Friday, December 10, 2010

The King's Speech. Thoughts ...



Here's a film that has been packaged and processed for the Oscars. Don't get me wrong, this isn't a bad film, it's just a very safe one. There's not much of a rebellious cry for originality and it is just a film that wants to entertain and touch as many viewers as possible. Nothing wrong with that I suppose but definitely not my cup of tea, if you know what I mean. Colin Firth is the titular king, he has a stutter that has been with him since his childhood and he decides to engage a speech therapist played by the very fine Geoffrey Rush. There's not many surprises that await the viewer in The King's Speech, just conventionality and British royal wisdom. The performances are above average, especially Firth, Rush and Helena Bonham Carter as the king's wife, in a non flashy but effectively realized performance. Suffice to say, I dug most of the scenes between Firth and Rush but felt like it was all too facile for these -let's face it- great actors. Come Oscar time you will hear their names but as good as the film is, it doesn't deserve any of the buzz it is getting in the press.

Monday, December 6, 2010

Gaspar Noe's new head trip



Enter The Void (NR) ★★★★

Gaspar Noe never seems to settle for a conventional narrative. His latest is called Enter The Void and runs at more than 160 minutes. It is long, flawed, repetitive but is also something I have never seen before in cinema and I do mean that as a good thing. If he shocked us all with a 10 minute rape scene in Irreversible, the shock is not as nasty here but he instead decides to resort to trippy psychedelia and images that represent an other worldly existence. His inspiration is clearly Kubrick, most notably the last 20 or so minutes of 2001 expanded into 2 hours. Although there is a story at hand here and a clear belief of an after life, Noe's interests vary from the connection of drugs to the after-life and the spirituality that comes in living above everything else.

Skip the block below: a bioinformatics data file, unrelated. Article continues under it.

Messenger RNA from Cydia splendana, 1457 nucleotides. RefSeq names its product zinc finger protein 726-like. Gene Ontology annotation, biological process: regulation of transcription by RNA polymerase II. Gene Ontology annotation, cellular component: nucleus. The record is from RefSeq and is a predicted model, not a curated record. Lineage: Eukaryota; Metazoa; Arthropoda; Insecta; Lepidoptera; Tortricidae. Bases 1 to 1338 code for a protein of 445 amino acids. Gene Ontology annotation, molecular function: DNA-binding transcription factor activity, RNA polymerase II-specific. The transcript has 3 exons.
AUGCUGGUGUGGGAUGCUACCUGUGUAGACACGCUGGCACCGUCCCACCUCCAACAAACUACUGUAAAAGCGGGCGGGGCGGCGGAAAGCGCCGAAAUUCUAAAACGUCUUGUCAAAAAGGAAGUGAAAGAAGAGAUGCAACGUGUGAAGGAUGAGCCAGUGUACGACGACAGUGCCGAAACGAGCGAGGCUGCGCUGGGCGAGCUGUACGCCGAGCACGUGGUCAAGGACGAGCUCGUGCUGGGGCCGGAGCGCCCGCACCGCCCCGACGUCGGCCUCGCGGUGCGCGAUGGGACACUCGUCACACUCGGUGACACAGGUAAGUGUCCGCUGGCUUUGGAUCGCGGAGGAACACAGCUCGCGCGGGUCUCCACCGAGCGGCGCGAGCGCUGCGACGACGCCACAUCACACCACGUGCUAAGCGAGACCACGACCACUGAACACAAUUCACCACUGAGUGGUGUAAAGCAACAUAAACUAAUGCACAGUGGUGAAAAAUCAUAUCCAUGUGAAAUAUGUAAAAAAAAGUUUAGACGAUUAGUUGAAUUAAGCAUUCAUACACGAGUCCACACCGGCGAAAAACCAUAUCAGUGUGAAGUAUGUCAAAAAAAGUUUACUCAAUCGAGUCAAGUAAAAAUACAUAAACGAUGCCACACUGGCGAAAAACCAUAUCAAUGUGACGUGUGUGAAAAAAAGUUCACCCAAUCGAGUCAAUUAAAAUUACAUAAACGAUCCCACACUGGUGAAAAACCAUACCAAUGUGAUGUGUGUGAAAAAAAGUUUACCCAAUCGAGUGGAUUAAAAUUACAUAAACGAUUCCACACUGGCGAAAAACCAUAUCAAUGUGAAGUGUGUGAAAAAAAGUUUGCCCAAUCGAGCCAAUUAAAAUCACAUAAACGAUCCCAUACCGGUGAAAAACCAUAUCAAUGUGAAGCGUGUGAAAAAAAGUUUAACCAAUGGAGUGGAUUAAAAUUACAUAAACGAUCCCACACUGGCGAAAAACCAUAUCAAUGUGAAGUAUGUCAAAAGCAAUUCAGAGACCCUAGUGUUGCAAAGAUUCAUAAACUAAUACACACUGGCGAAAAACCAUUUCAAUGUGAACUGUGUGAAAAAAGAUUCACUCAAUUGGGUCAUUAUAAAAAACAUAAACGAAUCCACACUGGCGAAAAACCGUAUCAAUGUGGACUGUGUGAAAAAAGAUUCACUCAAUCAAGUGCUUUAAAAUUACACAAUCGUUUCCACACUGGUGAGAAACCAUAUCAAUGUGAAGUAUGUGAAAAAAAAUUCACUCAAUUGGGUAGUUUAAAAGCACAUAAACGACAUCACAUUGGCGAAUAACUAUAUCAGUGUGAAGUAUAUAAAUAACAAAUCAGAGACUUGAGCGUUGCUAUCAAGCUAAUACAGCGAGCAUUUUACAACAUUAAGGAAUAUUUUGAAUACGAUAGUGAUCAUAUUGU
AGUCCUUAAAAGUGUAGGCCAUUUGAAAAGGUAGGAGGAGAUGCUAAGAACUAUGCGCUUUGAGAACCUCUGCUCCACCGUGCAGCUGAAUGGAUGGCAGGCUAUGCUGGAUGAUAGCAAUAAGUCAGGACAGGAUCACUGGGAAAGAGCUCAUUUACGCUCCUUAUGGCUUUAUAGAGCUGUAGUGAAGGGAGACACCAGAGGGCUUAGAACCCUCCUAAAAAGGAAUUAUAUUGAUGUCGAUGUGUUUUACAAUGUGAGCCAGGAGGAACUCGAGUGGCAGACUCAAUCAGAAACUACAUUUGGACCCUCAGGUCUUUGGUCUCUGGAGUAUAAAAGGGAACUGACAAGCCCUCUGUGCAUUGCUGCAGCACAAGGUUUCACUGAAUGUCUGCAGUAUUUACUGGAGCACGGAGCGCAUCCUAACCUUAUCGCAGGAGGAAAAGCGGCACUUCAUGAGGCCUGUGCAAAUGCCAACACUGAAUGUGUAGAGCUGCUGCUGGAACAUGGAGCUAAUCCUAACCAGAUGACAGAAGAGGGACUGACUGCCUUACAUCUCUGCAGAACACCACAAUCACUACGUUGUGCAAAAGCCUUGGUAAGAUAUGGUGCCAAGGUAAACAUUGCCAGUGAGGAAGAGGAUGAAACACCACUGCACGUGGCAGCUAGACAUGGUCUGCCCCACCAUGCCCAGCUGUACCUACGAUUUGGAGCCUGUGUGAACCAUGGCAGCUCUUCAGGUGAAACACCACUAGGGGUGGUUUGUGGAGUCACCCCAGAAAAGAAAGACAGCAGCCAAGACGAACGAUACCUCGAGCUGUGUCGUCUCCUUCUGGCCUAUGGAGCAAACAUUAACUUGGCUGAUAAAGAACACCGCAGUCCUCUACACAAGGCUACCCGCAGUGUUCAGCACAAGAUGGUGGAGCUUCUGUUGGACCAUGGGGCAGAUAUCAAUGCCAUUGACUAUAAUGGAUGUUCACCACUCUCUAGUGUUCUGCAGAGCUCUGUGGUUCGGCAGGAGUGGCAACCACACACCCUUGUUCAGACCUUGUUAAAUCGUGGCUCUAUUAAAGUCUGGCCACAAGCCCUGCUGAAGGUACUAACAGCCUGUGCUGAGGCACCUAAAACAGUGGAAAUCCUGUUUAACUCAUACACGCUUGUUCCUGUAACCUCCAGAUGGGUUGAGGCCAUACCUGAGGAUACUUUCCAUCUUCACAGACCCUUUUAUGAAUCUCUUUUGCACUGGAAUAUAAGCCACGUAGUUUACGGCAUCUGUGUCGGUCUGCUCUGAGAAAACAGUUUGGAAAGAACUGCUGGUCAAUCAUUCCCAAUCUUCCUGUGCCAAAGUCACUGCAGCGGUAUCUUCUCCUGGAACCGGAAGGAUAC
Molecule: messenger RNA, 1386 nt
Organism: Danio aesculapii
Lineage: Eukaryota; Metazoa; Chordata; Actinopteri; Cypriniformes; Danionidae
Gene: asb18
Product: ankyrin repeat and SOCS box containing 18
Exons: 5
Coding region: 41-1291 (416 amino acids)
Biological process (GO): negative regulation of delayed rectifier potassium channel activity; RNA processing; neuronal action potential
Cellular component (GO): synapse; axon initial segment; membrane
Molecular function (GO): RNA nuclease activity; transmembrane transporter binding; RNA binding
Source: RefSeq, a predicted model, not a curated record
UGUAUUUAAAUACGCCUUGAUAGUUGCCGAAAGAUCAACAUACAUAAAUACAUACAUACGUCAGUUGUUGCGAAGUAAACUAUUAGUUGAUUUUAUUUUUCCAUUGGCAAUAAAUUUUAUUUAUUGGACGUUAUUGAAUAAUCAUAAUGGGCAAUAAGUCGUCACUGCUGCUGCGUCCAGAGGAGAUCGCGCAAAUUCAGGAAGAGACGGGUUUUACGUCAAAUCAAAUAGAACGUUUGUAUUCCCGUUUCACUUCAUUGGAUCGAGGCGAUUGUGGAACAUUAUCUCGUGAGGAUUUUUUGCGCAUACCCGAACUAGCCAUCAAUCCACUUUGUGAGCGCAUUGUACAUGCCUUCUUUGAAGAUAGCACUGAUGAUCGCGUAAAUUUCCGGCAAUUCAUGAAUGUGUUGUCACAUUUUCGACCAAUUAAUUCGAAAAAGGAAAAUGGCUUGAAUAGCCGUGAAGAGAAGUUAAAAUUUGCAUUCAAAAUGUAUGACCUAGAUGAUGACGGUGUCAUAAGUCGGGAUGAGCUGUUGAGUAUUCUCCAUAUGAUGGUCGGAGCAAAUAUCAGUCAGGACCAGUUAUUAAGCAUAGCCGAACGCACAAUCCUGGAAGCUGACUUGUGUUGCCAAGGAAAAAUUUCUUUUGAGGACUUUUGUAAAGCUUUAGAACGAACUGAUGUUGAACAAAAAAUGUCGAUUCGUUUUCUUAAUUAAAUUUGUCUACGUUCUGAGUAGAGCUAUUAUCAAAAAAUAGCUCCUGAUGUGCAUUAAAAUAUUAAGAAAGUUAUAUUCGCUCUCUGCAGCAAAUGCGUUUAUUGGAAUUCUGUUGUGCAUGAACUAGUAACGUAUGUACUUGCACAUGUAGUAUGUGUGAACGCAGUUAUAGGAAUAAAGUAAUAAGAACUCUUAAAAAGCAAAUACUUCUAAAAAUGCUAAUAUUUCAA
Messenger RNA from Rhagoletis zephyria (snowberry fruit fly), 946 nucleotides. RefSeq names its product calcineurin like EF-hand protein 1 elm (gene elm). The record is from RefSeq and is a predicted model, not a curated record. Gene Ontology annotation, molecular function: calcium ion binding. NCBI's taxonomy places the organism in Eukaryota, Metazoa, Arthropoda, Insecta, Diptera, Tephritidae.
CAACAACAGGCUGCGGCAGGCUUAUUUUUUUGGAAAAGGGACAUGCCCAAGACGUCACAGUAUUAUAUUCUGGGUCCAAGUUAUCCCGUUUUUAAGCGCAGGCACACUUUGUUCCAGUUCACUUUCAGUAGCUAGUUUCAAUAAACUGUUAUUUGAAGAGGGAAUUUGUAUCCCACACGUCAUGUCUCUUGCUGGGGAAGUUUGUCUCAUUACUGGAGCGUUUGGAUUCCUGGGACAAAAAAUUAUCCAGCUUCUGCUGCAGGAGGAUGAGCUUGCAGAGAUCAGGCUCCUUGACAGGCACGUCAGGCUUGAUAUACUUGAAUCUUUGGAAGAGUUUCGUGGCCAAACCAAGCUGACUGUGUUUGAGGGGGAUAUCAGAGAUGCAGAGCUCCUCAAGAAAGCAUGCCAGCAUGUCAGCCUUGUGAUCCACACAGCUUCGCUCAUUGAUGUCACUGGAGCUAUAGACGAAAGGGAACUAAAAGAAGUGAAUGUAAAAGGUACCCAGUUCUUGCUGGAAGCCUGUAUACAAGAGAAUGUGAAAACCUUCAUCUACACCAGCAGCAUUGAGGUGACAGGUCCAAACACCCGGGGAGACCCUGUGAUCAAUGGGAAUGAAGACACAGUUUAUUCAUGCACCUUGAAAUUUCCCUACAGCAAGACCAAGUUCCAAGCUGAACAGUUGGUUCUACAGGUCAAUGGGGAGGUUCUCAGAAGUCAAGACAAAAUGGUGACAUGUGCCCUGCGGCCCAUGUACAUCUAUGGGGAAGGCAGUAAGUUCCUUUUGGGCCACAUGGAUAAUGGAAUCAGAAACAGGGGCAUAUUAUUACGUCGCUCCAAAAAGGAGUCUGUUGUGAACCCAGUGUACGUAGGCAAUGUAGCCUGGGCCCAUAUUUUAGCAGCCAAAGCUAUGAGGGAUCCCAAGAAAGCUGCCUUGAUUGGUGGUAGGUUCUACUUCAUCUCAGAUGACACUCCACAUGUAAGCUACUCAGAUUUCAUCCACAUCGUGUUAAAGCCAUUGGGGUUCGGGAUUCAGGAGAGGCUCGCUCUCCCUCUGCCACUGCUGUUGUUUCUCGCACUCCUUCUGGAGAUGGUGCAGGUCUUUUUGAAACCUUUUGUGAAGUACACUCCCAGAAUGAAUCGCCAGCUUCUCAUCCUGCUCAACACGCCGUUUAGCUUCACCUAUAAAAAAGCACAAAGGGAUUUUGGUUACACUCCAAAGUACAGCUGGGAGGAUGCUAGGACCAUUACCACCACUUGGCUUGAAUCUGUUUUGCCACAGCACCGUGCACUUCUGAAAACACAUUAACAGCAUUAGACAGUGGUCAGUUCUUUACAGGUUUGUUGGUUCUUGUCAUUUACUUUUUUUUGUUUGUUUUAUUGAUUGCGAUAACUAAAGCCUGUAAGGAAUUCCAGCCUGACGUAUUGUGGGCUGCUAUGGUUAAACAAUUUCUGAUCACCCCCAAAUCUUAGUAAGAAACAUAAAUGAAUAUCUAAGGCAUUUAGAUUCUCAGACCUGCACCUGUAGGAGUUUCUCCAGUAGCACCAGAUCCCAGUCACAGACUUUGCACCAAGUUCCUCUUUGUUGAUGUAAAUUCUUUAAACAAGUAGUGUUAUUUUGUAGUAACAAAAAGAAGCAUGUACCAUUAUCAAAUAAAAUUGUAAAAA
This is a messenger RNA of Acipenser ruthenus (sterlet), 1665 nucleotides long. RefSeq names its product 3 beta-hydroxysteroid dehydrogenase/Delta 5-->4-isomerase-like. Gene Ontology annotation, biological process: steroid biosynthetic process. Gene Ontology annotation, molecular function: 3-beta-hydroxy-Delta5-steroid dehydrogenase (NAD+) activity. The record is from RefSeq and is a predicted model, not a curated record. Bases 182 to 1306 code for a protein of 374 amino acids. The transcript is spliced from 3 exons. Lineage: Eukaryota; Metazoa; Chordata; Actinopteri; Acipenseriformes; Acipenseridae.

Taking place in Japan, the film uses the colorful and surreal imagery of this country to tell the story of two Americans -brother and sister- that are literally lost in translation, but don't worry it isn't a sequel, there is no Bill Murray in Enter The Void, nor is there any Scarlett and her infamous butt. The brother, Oscar (Nathaniel Brown) has turned into a junkie that is hooked on the drug DMT (the chemical your brain unleashes when you're dying) and his sister Linda has resorted to stripping for money- she also has a semi creepy affair with her Japanese manager. The brother gets shot and basically wanders around the entire film in an undisclosed life form going through flashbacks, present time and another dimension.

Talking about creepy, there's hints of Incest throughout the film although it never really is fully revealed, what that's all about? don't pay too much attention and just let filmmaker Noe transport you into a world of cinema you have never sene before. Suffice to say, I dug this film quite a bit because of its visionary reaches and the way Noe tried to bring a new way of expression to a cinematic medium that has all but failed in inventiveness the last few years. There's no shortage of originality here, although I felt completely drained by the time the film had ended. It's an experience that you will likely not forget, to say the least and I'm looking forward to his next twisted venture into surreality and cinematic boundaries.

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